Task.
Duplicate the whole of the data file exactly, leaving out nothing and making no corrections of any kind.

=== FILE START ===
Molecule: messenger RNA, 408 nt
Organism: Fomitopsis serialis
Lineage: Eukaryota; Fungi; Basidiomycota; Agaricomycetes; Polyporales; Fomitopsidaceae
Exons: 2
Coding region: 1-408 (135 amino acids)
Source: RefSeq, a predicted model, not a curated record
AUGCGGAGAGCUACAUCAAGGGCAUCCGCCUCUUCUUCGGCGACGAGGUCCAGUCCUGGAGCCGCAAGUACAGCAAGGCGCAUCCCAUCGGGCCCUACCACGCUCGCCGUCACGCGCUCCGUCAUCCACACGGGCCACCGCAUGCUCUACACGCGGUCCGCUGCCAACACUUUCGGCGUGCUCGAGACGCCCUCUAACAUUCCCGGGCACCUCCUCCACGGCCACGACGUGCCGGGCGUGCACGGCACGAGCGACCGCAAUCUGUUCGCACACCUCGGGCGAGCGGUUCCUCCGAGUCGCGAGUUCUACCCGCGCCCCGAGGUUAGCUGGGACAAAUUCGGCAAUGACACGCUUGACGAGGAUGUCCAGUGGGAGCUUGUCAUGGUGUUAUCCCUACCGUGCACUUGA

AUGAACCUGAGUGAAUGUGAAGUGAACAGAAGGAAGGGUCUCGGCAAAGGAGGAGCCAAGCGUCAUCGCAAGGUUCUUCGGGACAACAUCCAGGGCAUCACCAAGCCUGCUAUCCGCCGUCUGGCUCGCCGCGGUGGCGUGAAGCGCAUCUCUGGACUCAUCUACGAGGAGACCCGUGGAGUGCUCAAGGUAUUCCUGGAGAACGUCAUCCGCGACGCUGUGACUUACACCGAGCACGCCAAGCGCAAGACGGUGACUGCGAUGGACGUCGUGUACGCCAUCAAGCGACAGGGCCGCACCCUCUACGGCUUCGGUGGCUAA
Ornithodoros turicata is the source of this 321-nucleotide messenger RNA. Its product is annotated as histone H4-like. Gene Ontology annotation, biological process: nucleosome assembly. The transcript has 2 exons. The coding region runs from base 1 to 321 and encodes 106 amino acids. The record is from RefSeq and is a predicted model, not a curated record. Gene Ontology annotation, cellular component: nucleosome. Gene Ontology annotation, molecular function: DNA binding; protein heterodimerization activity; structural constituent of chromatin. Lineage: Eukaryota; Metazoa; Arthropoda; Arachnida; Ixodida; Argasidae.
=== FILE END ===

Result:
Molecule: messenger RNA, 408 nt
Organism: Fomitopsis serialis
Lineage: Eukaryota; Fungi; Basidiomycota; Agaricomycetes; Polyporales; Fomitopsidaceae
Exons: 2
Coding region: 1-408 (135 amino acids)
Source: RefSeq, a predicted model, not a curated record
AUGCGGAGAGCUACAUCAAGGGCAUCCGCCUCUUCUUCGGCGACGAGGUCCAGUCCUGGAGCCGCAAGUACAGCAAGGCGCAUCCCAUCGGGCCCUACCACGCUCGCCGUCACGCGCUCCGUCAUCCACACGGGCCACCGCAUGCUCUACACGCGGUCCGCUGCCAACACUUUCGGCGUGCUCGAGACGCCCUCUAACAUUCCCGGGCACCUCCUCCACGGCCACGACGUGCCGGGCGUGCACGGCACGAGCGACCGCAAUCUGUUCGCACACCUCGGGCGAGCGGUUCCUCCGAGUCGCGAGUUCUACCCGCGCCCCGAGGUUAGCUGGGACAAAUUCGGCAAUGACACGCUUGACGAGGAUGUCCAGUGGGAGCUUGUCAUGGUGUUAUCCCUACCGUGCACUUGA

AUGAACCUGAGUGAAUGUGAAGUGAACAGAAGGAAGGGUCUCGGCAAAGGAGGAGCCAAGCGUCAUCGCAAGGUUCUUCGGGACAACAUCCAGGGCAUCACCAAGCCUGCUAUCCGCCGUCUGGCUCGCCGCGGUGGCGUGAAGCGCAUCUCUGGACUCAUCUACGAGGAGACCCGUGGAGUGCUCAAGGUAUUCCUGGAGAACGUCAUCCGCGACGCUGUGACUUACACCGAGCACGCCAAGCGCAAGACGGUGACUGCGAUGGACGUCGUGUACGCCAUCAAGCGACAGGGCCGCACCCUCUACGGCUUCGGUGGCUAA
Ornithodoros turicata is the source of this 321-nucleotide messenger RNA. Its product is annotated as histone H4-like. Gene Ontology annotation, biological process: nucleosome assembly. The transcript has 2 exons. The coding region runs from base 1 to 321 and encodes 106 amino acids. The record is from RefSeq and is a predicted model, not a curated record. Gene Ontology annotation, cellular component: nucleosome. Gene Ontology annotation, molecular function: DNA binding; protein heterodimerization activity; structural constituent of chromatin. Lineage: Eukaryota; Metazoa; Arthropoda; Arachnida; Ixodida; Argasidae.